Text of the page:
Some practical technological solutions?
Far too many to list. Practical Action does good fact-sheets on sanitation solutions. Akvopedia has a great database of technology.

We dont like talking about shit, its considered boorish and uncouth. But of all times now, we need to start talking about shit seriously. The sanitation challenge india faces is not going away anytime now, and is getting worse in some places like big cities.

I will be talking about shit in 1 or 2 more follow-up posts at the end of which I hope to have converted you into a fellow foot soldier for shit. In the mean time, do look through the Akovopedia portal on sanitaion for some great technologies that can radically reduce cost and improve outcome in implementing sanitation. Viva la revolution!

13 thoughts on “Let’s talk about shit”

  1. Recently read this book called “Endless Filth- The saga of the Bhangis” by Mari Marcel Thekaekara. It opened my eyes to see sanitation as a Human Rights issue and not just one of public health.

  2. Vincent Egan: thanks for your note. Yes, you should be surprised if this were my languge. However, it is not. The article is by Dr. Anand Philip, a medical doctor, and they do have the freedom to be as obscene as possible.

    Now let me give you a small piece of advise: Christians like you should check your facts before you make a comment in public.

    Johnson C. Philip

  3. I have to say I am shocked. You are a leader in a Christian University and you use this obscene language? I do not like opening my twitter account and seeing such language from my “Christian” colleagues. The Bible tells us not to allow any corrupt communication proceed from out mouths, and I strongly believe that includes obscene language.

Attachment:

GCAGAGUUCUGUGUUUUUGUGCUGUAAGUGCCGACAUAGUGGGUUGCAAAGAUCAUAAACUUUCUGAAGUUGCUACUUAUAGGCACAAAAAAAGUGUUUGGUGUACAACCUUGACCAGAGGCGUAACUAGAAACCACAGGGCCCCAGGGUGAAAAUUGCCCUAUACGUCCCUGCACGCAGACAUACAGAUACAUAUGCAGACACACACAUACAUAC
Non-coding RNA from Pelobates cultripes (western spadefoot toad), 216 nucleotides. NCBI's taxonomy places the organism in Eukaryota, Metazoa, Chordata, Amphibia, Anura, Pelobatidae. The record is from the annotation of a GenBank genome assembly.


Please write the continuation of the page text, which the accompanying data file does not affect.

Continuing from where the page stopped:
4. Honestly…An important topic about which increased awareness is warranted and needed, no doubt. But really, in our quest to be hip and “relevant”, do we discard all bounds of propriety, decency, appropriateness? Do we really have to go with shock value to get anyone’s attention at all. Shall I take your exhortation and information and, this Sunday, shall I preach from the pulpit about “shit” and the need to talk about it and do something about it? Why stop there? Since people are having sex of all kinds, at an alarming rate, with equally devastating outcomes (abortion, std’s, trafficking, etc.), why don’t we talk about the problem of rampant f___king while we’re at it?!

    Call me old school, and say I’m missing the point (which I am not), but our choice of language is a reflection of our heart. Would Jesus be shocked by a sinner’s vernacular? Probably not. Does a holy God deserve a tongue that is becoming more sanctified, not less? I think so. When I find myself sitting in a church board meeting and the board members increasingly comfortable using profanity as the mood strikes them; when I find a trend of “emergents” increasingly using profanity in their sermons/talks to supposedly make them more hip and their words more impacting, then I say we have descended to less that we are in Christ. Are we still in the 7th grade locker room impressing one another with our growing vocabulary of profaneness, and the boldness to use it? I, a person who cut his teeth in a family whose favorite cuss word was “Jesus Christ”, among others, am well programmed with such vocabulary, and struggle to keep that tendency under on a daily basis. We can do better than this, brethren! We must!

    Since Jesus clearly taught that what comes out of the mouth proceeds from from the heart, I would encourage the author to ask himself if there might be some s__t there that needs tending to, as well as the horrible need to address human waste and its inherent problems in the streets of the nations. Then again, maybe I am just a raving, legalistic, religious nut.


  5. Thanks for the nice article, and thanks for mentioning Akvopedia! It can be found at http://www.akvopedia.org.

    I should mention that almost all the material on the sanitation portal at Akvopedia was derived from a great compendium done by Eawag in Switserland. They also published the compendium in spanish and french. Available here: http://www.eawag.ch/forschung/sandec/publikationen/compendium_e/index_EN
    And Rose: thanks for the great book, I enjoyed it very much!

Comments are closed.